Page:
Yes, in that I believe that Reconciliation can be a very helpful lens through which we can analyze current organizational diversity strategies and then design better ones.
No, in that I also believe that Reconciliation is not a competitive tool which organizations can use as just another way to attract and retain people, and business. (That’ll probably be the outcome, sure, but the commitment must be to something greater than that).
I believe Reconciliation is the everyday work that is done as we try to change a relationship that has been imbalanced and fraught with conflict. I believe Reconciliation is actually the really hard work of taking a good look at how things have been designed, and how that design impacts people negatively–both Indigenous and non-Indigenous.
Now some might say “Well, isn’t that what diversity strategies are all about anyway? About looking at how a system needs to be changed to recognize how it excludes people, and take measures to be more inclusive?”
Yes, it does. But Reconciliation takes it one step further and recognizes the foundation upon which Canada was built, recognizes how those foundations have been recreated within our institutions, our schools, our businesses, our clubs, and how those foundations are….I’m gonna say it…get ready…based on a foundation of cultural superiority that used colonization as a tool to create a system designed to benefit a particular group of people (European settler ancestors, I’m looking at you).
Yikes. That was kinda heavy wasn’t it. And before you get all up in arms calling me a naive do-gooder (thank you, and hardly–read my story), or maybe you’re not thinking that, or at least you’re open to thinking about things just a little bit differently, and I’ve got you here and you want to follow along with me….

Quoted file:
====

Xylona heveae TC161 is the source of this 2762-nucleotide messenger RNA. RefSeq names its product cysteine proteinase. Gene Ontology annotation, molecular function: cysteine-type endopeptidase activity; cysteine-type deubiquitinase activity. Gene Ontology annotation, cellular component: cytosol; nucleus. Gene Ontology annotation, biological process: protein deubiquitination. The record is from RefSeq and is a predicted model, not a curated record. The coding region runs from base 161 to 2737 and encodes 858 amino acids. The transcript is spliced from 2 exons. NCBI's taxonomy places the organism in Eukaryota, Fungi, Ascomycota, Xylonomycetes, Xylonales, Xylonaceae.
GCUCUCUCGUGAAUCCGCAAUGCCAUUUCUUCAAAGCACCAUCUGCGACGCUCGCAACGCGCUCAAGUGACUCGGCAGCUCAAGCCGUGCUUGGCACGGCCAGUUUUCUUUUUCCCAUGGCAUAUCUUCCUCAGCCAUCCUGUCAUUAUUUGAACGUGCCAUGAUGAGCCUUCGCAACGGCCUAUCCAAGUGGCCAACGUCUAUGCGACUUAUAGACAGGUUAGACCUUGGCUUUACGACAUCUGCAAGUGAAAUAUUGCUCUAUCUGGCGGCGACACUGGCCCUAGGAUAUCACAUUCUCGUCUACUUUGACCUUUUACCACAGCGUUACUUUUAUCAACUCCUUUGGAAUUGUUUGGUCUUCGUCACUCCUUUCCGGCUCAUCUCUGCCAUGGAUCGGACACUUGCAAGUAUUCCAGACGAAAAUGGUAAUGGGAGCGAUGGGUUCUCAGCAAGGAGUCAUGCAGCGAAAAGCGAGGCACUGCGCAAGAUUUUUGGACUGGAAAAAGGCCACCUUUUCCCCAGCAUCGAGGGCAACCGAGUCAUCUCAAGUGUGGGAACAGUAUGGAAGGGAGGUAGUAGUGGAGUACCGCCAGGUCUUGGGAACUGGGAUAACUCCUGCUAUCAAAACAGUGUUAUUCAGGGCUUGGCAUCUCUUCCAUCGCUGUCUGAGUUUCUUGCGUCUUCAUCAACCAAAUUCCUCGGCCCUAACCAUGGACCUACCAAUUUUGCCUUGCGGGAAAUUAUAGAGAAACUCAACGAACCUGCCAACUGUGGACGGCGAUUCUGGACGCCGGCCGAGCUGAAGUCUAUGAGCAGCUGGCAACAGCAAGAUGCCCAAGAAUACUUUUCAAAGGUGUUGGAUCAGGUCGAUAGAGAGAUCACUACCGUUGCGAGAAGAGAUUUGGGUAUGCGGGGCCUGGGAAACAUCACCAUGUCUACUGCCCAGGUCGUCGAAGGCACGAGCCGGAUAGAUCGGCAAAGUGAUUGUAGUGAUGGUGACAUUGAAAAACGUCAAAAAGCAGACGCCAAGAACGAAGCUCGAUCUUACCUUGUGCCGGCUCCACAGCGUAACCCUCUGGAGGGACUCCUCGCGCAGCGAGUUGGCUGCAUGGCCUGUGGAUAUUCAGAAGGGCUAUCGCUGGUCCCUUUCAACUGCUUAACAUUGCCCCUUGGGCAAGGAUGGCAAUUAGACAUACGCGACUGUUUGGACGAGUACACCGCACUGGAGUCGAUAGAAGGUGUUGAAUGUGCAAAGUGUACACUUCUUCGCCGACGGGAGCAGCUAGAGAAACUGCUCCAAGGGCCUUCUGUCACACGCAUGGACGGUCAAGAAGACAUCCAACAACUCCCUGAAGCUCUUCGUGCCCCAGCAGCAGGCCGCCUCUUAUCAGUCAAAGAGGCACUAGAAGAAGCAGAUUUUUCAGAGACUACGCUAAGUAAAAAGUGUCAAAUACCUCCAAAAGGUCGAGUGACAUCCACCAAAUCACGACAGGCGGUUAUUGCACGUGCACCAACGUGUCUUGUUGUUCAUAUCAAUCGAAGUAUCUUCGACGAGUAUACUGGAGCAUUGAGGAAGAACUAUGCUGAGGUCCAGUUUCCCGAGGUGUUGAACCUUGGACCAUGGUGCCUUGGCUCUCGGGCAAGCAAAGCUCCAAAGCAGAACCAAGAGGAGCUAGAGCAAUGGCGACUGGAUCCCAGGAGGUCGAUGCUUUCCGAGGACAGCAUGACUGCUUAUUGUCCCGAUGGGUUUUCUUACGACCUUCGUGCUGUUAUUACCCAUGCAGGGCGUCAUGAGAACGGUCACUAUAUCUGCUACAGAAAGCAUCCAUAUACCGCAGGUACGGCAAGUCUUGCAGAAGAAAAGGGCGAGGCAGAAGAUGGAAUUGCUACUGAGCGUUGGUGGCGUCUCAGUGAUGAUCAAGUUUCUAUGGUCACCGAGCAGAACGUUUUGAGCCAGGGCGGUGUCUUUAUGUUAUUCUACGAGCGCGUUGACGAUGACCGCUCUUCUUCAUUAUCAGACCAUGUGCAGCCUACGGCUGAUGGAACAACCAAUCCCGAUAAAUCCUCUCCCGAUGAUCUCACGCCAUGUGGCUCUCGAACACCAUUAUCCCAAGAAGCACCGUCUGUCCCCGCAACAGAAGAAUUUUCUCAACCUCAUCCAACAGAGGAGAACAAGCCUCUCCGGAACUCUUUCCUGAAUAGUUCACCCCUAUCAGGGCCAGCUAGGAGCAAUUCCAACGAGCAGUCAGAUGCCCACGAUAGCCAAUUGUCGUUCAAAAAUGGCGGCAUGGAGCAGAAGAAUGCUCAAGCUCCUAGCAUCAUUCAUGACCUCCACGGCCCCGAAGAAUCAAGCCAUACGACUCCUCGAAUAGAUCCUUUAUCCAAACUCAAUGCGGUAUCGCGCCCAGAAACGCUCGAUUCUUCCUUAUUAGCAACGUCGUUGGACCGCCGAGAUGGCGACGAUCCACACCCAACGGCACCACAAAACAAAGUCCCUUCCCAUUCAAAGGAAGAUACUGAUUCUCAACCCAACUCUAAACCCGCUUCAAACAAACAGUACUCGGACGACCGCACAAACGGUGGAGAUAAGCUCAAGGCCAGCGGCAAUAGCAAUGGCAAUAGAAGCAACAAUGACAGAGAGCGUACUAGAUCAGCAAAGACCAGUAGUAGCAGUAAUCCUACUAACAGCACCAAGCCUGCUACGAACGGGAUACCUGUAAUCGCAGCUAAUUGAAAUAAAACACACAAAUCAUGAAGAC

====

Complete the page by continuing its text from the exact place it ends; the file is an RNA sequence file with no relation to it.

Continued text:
As I stated earlier: Reconciliation is another way of looking at things, and figuring out how to make those things better.
We have never done Reconciliation before. There is no roapmap to tell us how to do it right, and we have no way of knowing if we’re doing it wrong. Except for if we don’t do it at all. I mean, the current system is hardly working all that well, is it?
Think of it these questions, for a start: When we talk about women and diversity, do we recognize Aboriginal women within that diversity? Are we recognizing how Aboriginal women in many Indigenous culture groups had great power before colonization, and are we creating ways to reignite that power within our clubs and organizations? Are we recognizing the impact that the MMIW (Missing and Murdered Indigenous Women) Inquiry may be having on the Indigenous women–and the Indigenous men–with whom we work?
I don’t outright have the answers to these two questions. And I know these are overwhelming things to think about. And these questions don’t cover the entire realm of things that need to be considered when we consider Reconciliation.
But Reconciliation can help with this, and go one step further. Reconciliation can help non-Indigenous Canadians locate their blind spots, and take actions to correct them. Indigenous people can start to have their history and experiences validated and recognized–something for which they have been fighting for years. Reconciliation can be a framework through which we pivot, even just a little bit at first, and look at things in a new way. It can be a way to open up and start the conversations around changing the way we do things around here, even if those conversations are really, really tough.
So yes, Reconciliation is the next frontier in diversity strategies, in that it broadens ways of thinking to be more diverse.
But only if it is honoured as the tough, challenging, enlightening and rewarding work that it it meant to be, otherwise, it will become a no.
Interested in doing more? Work with me to make Reconciliation a part of your organizational strategies.
Want to learn along with me? Follow my How to be a Better Settler series.
Get in touch anytime with questions or queries.